Perhaps we should recognize, in the long term, the designs and altruisms of the Greatest World Democracy become de-facto Human Rights. United States history is the history of Human Rights victorious. Short-term, feel-good, Left-Populism results in long-term human disaster; US National Interest has evolved to the long-term best interests of all humankind so far. Right?
Bill



Derek Catsam - 5/9/2003

Suetonius -- thanks for your response. I agree, the whole "right wing hawk" thing does not necessarily work and is probably unfair. I am a domestic lefty, but am more hawkish than most of my leftleaning brethren and so I get hammered from both sides for this.
Carter is especially interesting, because for all of the hand wringing over his supposedly ineffective response to the Soviet incursion in Afghanistan, and all of the emphasis on the grain embargo and Olympic boycott, he also got us involved in supporting war against the Soviets in ways that Reagan largely simply continued -- ie covert and not so covert support in the forms of arms, materiel, and money.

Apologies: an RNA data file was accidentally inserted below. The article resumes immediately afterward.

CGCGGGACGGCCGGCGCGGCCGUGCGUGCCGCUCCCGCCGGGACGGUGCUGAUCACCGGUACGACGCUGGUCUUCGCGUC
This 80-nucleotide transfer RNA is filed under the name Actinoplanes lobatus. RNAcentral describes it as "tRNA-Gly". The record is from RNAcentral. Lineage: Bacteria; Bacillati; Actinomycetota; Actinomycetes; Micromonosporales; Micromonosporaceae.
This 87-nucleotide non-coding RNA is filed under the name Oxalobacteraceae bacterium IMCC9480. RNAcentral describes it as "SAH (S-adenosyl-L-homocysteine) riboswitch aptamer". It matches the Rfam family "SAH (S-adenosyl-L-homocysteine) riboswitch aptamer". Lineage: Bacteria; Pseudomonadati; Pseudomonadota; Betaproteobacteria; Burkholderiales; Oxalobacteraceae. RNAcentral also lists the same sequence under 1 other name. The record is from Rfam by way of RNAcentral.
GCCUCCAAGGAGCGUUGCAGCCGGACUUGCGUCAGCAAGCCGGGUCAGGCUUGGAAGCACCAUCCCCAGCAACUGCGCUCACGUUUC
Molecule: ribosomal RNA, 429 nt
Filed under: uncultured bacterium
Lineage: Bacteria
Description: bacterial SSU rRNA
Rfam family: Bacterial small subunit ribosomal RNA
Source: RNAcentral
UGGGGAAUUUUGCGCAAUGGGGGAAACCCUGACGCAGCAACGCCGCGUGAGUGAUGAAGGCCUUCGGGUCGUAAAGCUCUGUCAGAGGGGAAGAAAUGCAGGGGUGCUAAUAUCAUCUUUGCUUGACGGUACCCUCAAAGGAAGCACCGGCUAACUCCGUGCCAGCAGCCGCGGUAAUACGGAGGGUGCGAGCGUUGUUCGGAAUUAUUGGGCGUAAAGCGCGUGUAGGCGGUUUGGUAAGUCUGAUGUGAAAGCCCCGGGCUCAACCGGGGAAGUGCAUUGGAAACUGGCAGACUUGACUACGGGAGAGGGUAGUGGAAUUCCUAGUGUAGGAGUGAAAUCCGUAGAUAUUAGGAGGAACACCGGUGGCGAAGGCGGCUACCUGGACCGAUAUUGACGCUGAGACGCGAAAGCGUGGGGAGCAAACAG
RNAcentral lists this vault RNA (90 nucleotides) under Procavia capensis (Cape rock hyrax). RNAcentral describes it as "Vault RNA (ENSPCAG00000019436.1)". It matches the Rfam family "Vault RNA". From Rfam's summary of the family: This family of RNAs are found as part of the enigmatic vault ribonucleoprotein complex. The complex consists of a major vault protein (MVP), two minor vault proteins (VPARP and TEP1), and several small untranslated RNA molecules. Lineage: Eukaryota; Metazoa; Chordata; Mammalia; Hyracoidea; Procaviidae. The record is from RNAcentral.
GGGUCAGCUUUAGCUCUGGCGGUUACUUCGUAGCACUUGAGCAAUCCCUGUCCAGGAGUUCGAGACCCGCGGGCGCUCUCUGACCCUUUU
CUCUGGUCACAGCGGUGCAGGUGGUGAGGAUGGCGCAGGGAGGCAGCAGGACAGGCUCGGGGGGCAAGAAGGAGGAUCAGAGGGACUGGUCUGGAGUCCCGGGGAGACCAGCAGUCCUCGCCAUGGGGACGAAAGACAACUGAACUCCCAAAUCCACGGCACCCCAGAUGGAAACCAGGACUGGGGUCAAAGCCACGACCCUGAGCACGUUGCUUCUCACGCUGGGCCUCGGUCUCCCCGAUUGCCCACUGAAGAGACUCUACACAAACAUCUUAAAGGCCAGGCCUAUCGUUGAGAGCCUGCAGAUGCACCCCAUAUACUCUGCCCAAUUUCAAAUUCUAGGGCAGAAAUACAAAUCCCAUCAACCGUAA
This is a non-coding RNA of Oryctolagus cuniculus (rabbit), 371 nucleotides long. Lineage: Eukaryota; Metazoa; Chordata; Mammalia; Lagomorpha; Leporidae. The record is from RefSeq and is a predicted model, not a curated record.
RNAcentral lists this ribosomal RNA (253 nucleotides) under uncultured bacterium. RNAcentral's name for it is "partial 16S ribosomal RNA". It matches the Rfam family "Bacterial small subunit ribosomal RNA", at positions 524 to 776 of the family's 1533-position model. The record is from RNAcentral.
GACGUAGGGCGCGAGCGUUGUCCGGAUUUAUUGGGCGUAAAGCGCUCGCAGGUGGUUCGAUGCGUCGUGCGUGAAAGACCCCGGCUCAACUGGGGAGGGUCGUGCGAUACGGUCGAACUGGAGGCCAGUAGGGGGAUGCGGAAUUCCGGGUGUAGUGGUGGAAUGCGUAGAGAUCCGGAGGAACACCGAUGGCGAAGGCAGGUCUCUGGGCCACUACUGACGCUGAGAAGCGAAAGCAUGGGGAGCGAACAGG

Josh Greenland - 5/9/2003

Check your history...the Armenian genocide occurred under the Ottoman Empire, amidst the First World War. Ataturk came to power afterwords and was in power in the 1920s.

He came to power in 1919. Unfortunately, the Armenian genocide went from 1915-1923, according to this article that has a link down the right side of HNN's home page:
http://hnn.us/comments/11625.html

This site describes Ataturk as "the consummator of the Armenian Genocide," and says that he killed of Armenians and worked for their expulsion from Turkey up to the end of his life:
http://www.armenian-genocide.org/encyclopedia/kemal.htm

This is typical of Pipes. His crackpot essay puts the happyface on so many vile regimes. Or were you trying to say something good about him?


Oliver - 5/9/2003


"Sue", the "genuinely curious", non-"quibbling", non-liar.


Suetonius - 5/9/2003

Derek,

read Tony Smith, America's Mission. The continuities between Carter and Reagan, and then again with G.W. Bush, of incorporating human rights into foreign policy are remarkable. When we talk about conservative hawks it's an awkward and ineffective terminology (I'm not critizing you) that comes from a lack of understanding about the nuances of the right. The "neoconservative" faction and the "realist" faction are not at all on the same wavelength here, although they often like the same political party.